Cryptography is the use of codes or ciphers to transmit information between two parties in clear view in order to make the meaning of the message incomprehensible. Both parties must have a key to decrypt the code. This can be done by memorizing a substitution pattern, by using a physical device, by using a computer to keep track of the encryption and decryption code, by making use of a one-time pad, etc. Each of these has its advantages and disadvantages. As a general rule, usability comes at the cost of security. All cryptographic techniques can be broken by modern computers given enough time, but some are easier than others due to flawed implementation.

The earliest cyphers were simple letter or word substitute cyphers, such as replacing each character with a number or letter. Julius Caesar used a cipher named after him which relied on both parties having a cylinder of equal size -- a physical decryption key of sorts. Not a whole lot happened until the advent of basic computers -- in the mid 1800s by Charles Babbage! But during World War II, the use of cryptography (and cryptanalysis) really took off. The most famous bits of cryptography during this era were the Enigma machine and the Polish mathematicians' breaking of this (by hand, no less), the American decoding of the Japanese diplomatic and, after Pearl Harbor, tactical encryption, and the American Marines' use of Navajo "Code Talkers" to relay messages to and from the front lines. Modern powerful multipurpose computing machines have ushered in the age of Modern Cryptography and its various methods and techniques for encryption.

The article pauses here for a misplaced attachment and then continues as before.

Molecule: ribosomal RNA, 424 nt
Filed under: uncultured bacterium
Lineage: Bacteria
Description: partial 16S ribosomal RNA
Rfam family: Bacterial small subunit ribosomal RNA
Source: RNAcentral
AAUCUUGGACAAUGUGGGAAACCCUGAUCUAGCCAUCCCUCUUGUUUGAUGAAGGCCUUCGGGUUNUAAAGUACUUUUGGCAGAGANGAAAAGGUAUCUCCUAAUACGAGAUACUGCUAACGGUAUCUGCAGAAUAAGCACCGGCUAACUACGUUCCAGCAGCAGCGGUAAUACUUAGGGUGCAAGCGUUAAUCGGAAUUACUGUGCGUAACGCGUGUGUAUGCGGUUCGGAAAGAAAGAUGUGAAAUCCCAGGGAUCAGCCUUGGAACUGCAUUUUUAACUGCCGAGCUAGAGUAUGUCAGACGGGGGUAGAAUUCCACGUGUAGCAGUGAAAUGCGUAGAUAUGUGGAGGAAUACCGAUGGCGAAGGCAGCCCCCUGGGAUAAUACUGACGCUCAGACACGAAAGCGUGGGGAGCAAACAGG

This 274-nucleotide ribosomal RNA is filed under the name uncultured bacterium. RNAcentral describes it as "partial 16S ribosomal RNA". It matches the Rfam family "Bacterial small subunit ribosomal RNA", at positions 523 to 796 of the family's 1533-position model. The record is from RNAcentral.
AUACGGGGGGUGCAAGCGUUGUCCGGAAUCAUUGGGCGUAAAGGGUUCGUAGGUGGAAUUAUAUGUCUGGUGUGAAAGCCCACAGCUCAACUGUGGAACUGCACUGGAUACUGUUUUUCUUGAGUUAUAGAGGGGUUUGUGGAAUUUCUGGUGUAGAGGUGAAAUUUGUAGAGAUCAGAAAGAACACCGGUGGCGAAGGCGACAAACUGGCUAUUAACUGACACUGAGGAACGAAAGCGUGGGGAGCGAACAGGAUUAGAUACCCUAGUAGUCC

Now that the obligatory background information, we can start on the meat of the post. I find that it is best to think of encryption software by its functionality. What does the software do and how can that be useful? In this sense, there are three categories of stored data encryption: file level encryption, file vault encryption, and whole disk encryption. Note that I will not be discussing cryptographic protocols, such as SSL/TLS, for securing data as it crosses a network.